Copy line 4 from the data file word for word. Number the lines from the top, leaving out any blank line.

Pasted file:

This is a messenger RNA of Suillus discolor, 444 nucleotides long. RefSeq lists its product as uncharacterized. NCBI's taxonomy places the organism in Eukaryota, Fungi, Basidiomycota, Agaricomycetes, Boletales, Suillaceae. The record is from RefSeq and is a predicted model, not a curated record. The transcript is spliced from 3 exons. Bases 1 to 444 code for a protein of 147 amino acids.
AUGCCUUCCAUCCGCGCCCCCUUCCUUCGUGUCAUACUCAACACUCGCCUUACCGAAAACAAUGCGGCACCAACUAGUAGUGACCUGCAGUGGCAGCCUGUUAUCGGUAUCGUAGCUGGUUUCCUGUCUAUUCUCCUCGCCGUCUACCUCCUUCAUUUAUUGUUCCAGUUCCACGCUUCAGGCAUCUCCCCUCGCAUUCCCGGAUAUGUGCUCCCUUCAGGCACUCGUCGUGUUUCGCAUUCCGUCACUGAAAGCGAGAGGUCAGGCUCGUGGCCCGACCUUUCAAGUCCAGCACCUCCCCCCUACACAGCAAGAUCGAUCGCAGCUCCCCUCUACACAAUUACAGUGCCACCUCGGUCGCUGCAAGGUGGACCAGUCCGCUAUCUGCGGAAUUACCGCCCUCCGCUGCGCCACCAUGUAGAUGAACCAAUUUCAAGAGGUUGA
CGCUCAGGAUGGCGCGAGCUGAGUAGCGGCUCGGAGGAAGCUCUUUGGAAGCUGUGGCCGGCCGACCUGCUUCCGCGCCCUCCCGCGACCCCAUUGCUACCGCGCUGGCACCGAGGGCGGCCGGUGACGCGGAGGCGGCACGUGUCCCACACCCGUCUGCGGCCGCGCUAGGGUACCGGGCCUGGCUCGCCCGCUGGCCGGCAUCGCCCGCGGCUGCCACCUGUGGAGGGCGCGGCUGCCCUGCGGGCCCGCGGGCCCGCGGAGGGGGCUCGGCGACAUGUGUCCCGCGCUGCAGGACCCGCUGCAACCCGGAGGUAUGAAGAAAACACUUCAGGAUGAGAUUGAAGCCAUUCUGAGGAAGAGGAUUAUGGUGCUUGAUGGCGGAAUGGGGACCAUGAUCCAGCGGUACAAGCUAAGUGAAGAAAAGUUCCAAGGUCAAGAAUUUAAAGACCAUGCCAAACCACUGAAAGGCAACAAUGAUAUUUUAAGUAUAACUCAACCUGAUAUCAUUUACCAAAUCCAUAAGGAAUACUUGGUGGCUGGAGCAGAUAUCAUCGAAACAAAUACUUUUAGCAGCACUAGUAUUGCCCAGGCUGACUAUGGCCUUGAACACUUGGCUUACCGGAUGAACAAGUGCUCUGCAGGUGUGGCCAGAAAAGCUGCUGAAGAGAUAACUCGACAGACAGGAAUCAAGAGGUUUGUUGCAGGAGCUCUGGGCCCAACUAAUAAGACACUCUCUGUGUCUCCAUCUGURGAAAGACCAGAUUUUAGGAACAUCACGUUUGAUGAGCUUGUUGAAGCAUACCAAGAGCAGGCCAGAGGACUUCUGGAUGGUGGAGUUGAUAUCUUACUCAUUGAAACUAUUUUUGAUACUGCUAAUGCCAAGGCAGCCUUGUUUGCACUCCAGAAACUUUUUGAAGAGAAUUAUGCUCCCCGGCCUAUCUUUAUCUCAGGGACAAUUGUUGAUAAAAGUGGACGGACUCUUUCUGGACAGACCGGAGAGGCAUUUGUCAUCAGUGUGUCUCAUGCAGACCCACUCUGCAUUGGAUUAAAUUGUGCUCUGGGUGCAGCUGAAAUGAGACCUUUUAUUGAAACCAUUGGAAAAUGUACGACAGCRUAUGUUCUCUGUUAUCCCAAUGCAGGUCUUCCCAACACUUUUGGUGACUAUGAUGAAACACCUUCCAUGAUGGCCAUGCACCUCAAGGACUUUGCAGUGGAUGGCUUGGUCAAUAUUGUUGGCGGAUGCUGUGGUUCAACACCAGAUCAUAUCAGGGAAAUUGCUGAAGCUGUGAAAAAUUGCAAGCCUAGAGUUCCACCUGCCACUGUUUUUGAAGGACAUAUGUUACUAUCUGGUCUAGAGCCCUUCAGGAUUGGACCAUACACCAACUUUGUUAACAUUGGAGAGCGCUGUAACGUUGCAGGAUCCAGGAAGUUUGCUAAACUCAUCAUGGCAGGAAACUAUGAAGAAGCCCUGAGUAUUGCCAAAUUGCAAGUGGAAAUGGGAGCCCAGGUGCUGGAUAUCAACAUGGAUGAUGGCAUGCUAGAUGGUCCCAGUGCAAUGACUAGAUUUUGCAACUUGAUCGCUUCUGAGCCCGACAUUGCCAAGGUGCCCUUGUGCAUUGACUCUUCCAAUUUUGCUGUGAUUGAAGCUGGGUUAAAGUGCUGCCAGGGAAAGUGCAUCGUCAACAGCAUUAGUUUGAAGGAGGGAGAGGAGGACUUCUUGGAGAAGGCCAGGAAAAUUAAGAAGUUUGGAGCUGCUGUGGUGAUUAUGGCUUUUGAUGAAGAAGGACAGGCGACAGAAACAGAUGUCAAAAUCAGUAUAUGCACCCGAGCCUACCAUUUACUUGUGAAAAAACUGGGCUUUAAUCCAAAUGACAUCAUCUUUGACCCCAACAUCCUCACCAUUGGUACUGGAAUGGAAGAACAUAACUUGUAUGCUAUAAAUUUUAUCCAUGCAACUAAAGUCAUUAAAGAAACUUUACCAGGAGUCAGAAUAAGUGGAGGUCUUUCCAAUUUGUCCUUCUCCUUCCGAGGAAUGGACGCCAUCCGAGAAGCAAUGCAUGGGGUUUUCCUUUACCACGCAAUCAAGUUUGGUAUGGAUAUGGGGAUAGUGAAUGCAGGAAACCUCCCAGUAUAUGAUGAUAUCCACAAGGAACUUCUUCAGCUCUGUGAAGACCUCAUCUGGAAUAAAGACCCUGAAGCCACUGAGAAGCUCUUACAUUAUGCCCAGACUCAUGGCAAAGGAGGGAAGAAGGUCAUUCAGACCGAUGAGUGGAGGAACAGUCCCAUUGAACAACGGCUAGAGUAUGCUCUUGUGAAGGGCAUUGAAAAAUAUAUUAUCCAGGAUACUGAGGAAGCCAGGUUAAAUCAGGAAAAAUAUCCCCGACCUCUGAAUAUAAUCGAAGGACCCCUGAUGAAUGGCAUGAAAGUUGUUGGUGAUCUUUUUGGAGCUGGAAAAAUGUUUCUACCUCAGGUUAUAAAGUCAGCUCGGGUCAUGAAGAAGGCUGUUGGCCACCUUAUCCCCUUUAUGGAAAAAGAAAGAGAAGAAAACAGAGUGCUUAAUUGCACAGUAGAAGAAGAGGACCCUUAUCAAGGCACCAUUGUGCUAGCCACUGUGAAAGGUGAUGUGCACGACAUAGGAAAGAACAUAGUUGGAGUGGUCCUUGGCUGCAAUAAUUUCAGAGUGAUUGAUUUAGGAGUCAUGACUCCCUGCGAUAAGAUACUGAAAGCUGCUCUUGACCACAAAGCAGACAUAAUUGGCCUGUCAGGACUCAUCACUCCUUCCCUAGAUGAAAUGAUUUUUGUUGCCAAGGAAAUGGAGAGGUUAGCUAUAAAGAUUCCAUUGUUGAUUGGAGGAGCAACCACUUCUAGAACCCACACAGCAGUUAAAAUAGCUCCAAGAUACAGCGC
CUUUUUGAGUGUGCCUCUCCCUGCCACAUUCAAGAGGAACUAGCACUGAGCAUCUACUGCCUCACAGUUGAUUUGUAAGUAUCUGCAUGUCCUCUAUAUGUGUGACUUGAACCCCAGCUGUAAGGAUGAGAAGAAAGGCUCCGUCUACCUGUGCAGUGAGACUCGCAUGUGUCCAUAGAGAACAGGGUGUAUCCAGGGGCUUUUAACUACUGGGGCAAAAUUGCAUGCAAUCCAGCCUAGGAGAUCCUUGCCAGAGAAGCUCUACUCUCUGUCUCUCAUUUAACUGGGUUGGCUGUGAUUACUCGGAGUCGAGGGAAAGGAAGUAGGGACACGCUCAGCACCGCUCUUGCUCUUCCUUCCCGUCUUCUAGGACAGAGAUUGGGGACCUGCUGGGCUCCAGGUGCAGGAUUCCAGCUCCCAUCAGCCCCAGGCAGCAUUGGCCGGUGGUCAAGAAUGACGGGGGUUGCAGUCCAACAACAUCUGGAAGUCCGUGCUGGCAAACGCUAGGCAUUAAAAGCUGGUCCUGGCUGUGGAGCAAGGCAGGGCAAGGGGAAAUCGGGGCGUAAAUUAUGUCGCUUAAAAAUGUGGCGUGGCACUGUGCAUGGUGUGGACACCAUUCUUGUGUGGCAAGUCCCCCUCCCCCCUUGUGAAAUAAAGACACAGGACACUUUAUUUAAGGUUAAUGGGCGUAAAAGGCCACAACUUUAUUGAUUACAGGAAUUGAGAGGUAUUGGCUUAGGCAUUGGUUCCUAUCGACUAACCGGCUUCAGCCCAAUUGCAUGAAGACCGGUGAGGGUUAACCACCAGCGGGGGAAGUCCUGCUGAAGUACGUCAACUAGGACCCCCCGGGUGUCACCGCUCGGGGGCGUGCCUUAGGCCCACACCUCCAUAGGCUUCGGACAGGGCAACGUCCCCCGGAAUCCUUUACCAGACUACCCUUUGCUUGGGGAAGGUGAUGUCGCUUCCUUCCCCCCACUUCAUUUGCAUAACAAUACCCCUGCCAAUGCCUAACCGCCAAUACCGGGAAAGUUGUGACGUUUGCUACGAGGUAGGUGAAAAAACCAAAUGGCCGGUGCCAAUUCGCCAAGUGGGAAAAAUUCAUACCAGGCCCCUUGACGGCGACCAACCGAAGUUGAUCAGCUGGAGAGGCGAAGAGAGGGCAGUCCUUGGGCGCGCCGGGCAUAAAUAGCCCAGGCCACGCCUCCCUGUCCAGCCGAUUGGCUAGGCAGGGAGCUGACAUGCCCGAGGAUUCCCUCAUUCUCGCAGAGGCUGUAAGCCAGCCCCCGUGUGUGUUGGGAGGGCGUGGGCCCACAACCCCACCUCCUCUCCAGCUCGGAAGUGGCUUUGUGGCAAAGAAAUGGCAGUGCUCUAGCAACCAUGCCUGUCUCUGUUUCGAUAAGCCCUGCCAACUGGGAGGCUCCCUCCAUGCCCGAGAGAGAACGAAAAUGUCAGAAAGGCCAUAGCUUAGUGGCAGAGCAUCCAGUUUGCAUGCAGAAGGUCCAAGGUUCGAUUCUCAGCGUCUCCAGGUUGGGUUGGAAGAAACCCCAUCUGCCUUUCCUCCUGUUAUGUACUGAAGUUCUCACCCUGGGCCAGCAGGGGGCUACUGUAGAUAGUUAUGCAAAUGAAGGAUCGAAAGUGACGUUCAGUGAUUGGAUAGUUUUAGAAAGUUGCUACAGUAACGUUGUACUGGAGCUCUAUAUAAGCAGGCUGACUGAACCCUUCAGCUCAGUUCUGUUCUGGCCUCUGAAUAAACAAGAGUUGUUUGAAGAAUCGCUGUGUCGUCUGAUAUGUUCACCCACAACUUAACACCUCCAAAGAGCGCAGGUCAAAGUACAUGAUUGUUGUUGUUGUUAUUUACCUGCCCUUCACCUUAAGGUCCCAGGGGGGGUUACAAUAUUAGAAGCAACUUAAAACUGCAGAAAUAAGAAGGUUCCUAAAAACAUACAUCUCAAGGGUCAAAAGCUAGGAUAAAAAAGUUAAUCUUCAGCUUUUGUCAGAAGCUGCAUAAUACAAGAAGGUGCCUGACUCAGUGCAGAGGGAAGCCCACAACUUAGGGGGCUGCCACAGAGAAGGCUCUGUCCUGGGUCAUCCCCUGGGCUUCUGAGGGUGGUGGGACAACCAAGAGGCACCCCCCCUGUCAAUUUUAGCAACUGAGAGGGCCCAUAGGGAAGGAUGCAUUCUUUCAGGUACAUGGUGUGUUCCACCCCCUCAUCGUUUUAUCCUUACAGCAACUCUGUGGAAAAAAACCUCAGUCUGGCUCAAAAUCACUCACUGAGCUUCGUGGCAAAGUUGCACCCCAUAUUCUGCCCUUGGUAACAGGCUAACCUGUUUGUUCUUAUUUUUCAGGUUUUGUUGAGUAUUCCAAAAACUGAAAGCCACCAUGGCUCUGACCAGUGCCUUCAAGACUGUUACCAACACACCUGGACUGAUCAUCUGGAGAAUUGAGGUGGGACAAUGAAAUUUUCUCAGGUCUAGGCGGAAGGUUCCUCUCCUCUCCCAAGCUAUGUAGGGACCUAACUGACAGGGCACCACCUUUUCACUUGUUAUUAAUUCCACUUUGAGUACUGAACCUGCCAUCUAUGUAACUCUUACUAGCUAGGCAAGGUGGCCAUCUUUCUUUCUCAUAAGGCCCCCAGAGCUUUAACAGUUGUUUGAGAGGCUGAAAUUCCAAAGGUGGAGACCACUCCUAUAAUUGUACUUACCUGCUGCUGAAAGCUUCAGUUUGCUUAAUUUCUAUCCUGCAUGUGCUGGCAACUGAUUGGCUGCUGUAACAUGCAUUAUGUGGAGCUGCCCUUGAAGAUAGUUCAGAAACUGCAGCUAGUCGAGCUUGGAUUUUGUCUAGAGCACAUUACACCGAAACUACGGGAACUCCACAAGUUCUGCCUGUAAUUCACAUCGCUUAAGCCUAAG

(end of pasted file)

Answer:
CUUUUUGAGUGUGCCUCUCCCUGCCACAUUCAAGAGGAACUAGCACUGAGCAUCUACUGCCUCACAGUUGAUUUGUAAGUAUCUGCAUGUCCUCUAUAUGUGUGACUUGAACCCCAGCUGUAAGGAUGAGAAGAAAGGCUCCGUCUACCUGUGCAGUGAGACUCGCAUGUGUCCAUAGAGAACAGGGUGUAUCCAGGGGCUUUUAACUACUGGGGCAAAAUUGCAUGCAAUCCAGCCUAGGAGAUCCUUGCCAGAGAAGCUCUACUCUCUGUCUCUCAUUUAACUGGGUUGGCUGUGAUUACUCGGAGUCGAGGGAAAGGAAGUAGGGACACGCUCAGCACCGCUCUUGCUCUUCCUUCCCGUCUUCUAGGACAGAGAUUGGGGACCUGCUGGGCUCCAGGUGCAGGAUUCCAGCUCCCAUCAGCCCCAGGCAGCAUUGGCCGGUGGUCAAGAAUGACGGGGGUUGCAGUCCAACAACAUCUGGAAGUCCGUGCUGGCAAACGCUAGGCAUUAAAAGCUGGUCCUGGCUGUGGAGCAAGGCAGGGCAAGGGGAAAUCGGGGCGUAAAUUAUGUCGCUUAAAAAUGUGGCGUGGCACUGUGCAUGGUGUGGACACCAUUCUUGUGUGGCAAGUCCCCCUCCCCCCUUGUGAAAUAAAGACACAGGACACUUUAUUUAAGGUUAAUGGGCGUAAAAGGCCACAACUUUAUUGAUUACAGGAAUUGAGAGGUAUUGGCUUAGGCAUUGGUUCCUAUCGACUAACCGGCUUCAGCCCAAUUGCAUGAAGACCGGUGAGGGUUAACCACCAGCGGGGGAAGUCCUGCUGAAGUACGUCAACUAGGACCCCCCGGGUGUCACCGCUCGGGGGCGUGCCUUAGGCCCACACCUCCAUAGGCUUCGGACAGGGCAACGUCCCCCGGAAUCCUUUACCAGACUACCCUUUGCUUGGGGAAGGUGAUGUCGCUUCCUUCCCCCCACUUCAUUUGCAUAACAAUACCCCUGCCAAUGCCUAACCGCCAAUACCGGGAAAGUUGUGACGUUUGCUACGAGGUAGGUGAAAAAACCAAAUGGCCGGUGCCAAUUCGCCAAGUGGGAAAAAUUCAUACCAGGCCCCUUGACGGCGACCAACCGAAGUUGAUCAGCUGGAGAGGCGAAGAGAGGGCAGUCCUUGGGCGCGCCGGGCAUAAAUAGCCCAGGCCACGCCUCCCUGUCCAGCCGAUUGGCUAGGCAGGGAGCUGACAUGCCCGAGGAUUCCCUCAUUCUCGCAGAGGCUGUAAGCCAGCCCCCGUGUGUGUUGGGAGGGCGUGGGCCCACAACCCCACCUCCUCUCCAGCUCGGAAGUGGCUUUGUGGCAAAGAAAUGGCAGUGCUCUAGCAACCAUGCCUGUCUCUGUUUCGAUAAGCCCUGCCAACUGGGAGGCUCCCUCCAUGCCCGAGAGAGAACGAAAAUGUCAGAAAGGCCAUAGCUUAGUGGCAGAGCAUCCAGUUUGCAUGCAGAAGGUCCAAGGUUCGAUUCUCAGCGUCUCCAGGUUGGGUUGGAAGAAACCCCAUCUGCCUUUCCUCCUGUUAUGUACUGAAGUUCUCACCCUGGGCCAGCAGGGGGCUACUGUAGAUAGUUAUGCAAAUGAAGGAUCGAAAGUGACGUUCAGUGAUUGGAUAGUUUUAGAAAGUUGCUACAGUAACGUUGUACUGGAGCUCUAUAUAAGCAGGCUGACUGAACCCUUCAGCUCAGUUCUGUUCUGGCCUCUGAAUAAACAAGAGUUGUUUGAAGAAUCGCUGUGUCGUCUGAUAUGUUCACCCACAACUUAACACCUCCAAAGAGCGCAGGUCAAAGUACAUGAUUGUUGUUGUUGUUAUUUACCUGCCCUUCACCUUAAGGUCCCAGGGGGGGUUACAAUAUUAGAAGCAACUUAAAACUGCAGAAAUAAGAAGGUUCCUAAAAACAUACAUCUCAAGGGUCAAAAGCUAGGAUAAAAAAGUUAAUCUUCAGCUUUUGUCAGAAGCUGCAUAAUACAAGAAGGUGCCUGACUCAGUGCAGAGGGAAGCCCACAACUUAGGGGGCUGCCACAGAGAAGGCUCUGUCCUGGGUCAUCCCCUGGGCUUCUGAGGGUGGUGGGACAACCAAGAGGCACCCCCCCUGUCAAUUUUAGCAACUGAGAGGGCCCAUAGGGAAGGAUGCAUUCUUUCAGGUACAUGGUGUGUUCCACCCCCUCAUCGUUUUAUCCUUACAGCAACUCUGUGGAAAAAAACCUCAGUCUGGCUCAAAAUCACUCACUGAGCUUCGUGGCAAAGUUGCACCCCAUAUUCUGCCCUUGGUAACAGGCUAACCUGUUUGUUCUUAUUUUUCAGGUUUUGUUGAGUAUUCCAAAAACUGAAAGCCACCAUGGCUCUGACCAGUGCCUUCAAGACUGUUACCAACACACCUGGACUGAUCAUCUGGAGAAUUGAGGUGGGACAAUGAAAUUUUCUCAGGUCUAGGCGGAAGGUUCCUCUCCUCUCCCAAGCUAUGUAGGGACCUAACUGACAGGGCACCACCUUUUCACUUGUUAUUAAUUCCACUUUGAGUACUGAACCUGCCAUCUAUGUAACUCUUACUAGCUAGGCAAGGUGGCCAUCUUUCUUUCUCAUAAGGCCCCCAGAGCUUUAACAGUUGUUUGAGAGGCUGAAAUUCCAAAGGUGGAGACCACUCCUAUAAUUGUACUUACCUGCUGCUGAAAGCUUCAGUUUGCUUAAUUUCUAUCCUGCAUGUGCUGGCAACUGAUUGGCUGCUGUAACAUGCAUUAUGUGGAGCUGCCCUUGAAGAUAGUUCAGAAACUGCAGCUAGUCGAGCUUGGAUUUUGUCUAGAGCACAUUACACCGAAACUACGGGAACUCCACAAGUUCUGCCUGUAAUUCACAUCGCUUAAGCCUAAG